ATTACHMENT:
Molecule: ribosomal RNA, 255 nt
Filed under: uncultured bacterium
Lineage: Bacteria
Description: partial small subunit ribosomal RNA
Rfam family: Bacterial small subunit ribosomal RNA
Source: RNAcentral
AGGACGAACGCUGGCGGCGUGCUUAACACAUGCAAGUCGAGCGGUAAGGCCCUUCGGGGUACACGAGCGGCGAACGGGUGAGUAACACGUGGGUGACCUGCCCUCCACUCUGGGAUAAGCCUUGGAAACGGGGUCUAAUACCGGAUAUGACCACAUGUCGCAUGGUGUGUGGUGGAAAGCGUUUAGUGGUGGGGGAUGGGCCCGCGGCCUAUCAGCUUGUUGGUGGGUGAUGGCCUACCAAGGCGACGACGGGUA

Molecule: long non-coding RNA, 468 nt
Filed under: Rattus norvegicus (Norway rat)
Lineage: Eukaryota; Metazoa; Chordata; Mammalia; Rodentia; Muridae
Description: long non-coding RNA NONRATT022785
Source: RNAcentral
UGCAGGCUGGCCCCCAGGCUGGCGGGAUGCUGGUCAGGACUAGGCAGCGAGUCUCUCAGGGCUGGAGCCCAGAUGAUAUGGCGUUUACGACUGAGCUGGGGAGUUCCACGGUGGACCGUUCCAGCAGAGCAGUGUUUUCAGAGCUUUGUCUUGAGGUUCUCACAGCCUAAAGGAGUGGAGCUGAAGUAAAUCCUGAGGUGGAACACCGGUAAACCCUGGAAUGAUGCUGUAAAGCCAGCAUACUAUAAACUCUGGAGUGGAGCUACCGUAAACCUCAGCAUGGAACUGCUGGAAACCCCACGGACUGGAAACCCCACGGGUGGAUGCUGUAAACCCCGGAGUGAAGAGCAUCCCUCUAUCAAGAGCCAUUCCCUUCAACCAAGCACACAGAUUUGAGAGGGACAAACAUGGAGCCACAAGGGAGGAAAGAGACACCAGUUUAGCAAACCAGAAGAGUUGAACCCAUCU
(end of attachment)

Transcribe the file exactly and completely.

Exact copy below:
Molecule: ribosomal RNA, 255 nt
Filed under: uncultured bacterium
Lineage: Bacteria
Description: partial small subunit ribosomal RNA
Rfam family: Bacterial small subunit ribosomal RNA
Source: RNAcentral
AGGACGAACGCUGGCGGCGUGCUUAACACAUGCAAGUCGAGCGGUAAGGCCCUUCGGGGUACACGAGCGGCGAACGGGUGAGUAACACGUGGGUGACCUGCCCUCCACUCUGGGAUAAGCCUUGGAAACGGGGUCUAAUACCGGAUAUGACCACAUGUCGCAUGGUGUGUGGUGGAAAGCGUUUAGUGGUGGGGGAUGGGCCCGCGGCCUAUCAGCUUGUUGGUGGGUGAUGGCCUACCAAGGCGACGACGGGUA

Molecule: long non-coding RNA, 468 nt
Filed under: Rattus norvegicus (Norway rat)
Lineage: Eukaryota; Metazoa; Chordata; Mammalia; Rodentia; Muridae
Description: long non-coding RNA NONRATT022785
Source: RNAcentral
UGCAGGCUGGCCCCCAGGCUGGCGGGAUGCUGGUCAGGACUAGGCAGCGAGUCUCUCAGGGCUGGAGCCCAGAUGAUAUGGCGUUUACGACUGAGCUGGGGAGUUCCACGGUGGACCGUUCCAGCAGAGCAGUGUUUUCAGAGCUUUGUCUUGAGGUUCUCACAGCCUAAAGGAGUGGAGCUGAAGUAAAUCCUGAGGUGGAACACCGGUAAACCCUGGAAUGAUGCUGUAAAGCCAGCAUACUAUAAACUCUGGAGUGGAGCUACCGUAAACCUCAGCAUGGAACUGCUGGAAACCCCACGGACUGGAAACCCCACGGGUGGAUGCUGUAAACCCCGGAGUGAAGAGCAUCCCUCUAUCAAGAGCCAUUCCCUUCAACCAAGCACACAGAUUUGAGAGGGACAAACAUGGAGCCACAAGGGAGGAAAGAGACACCAGUUUAGCAAACCAGAAGAGUUGAACCCAUCU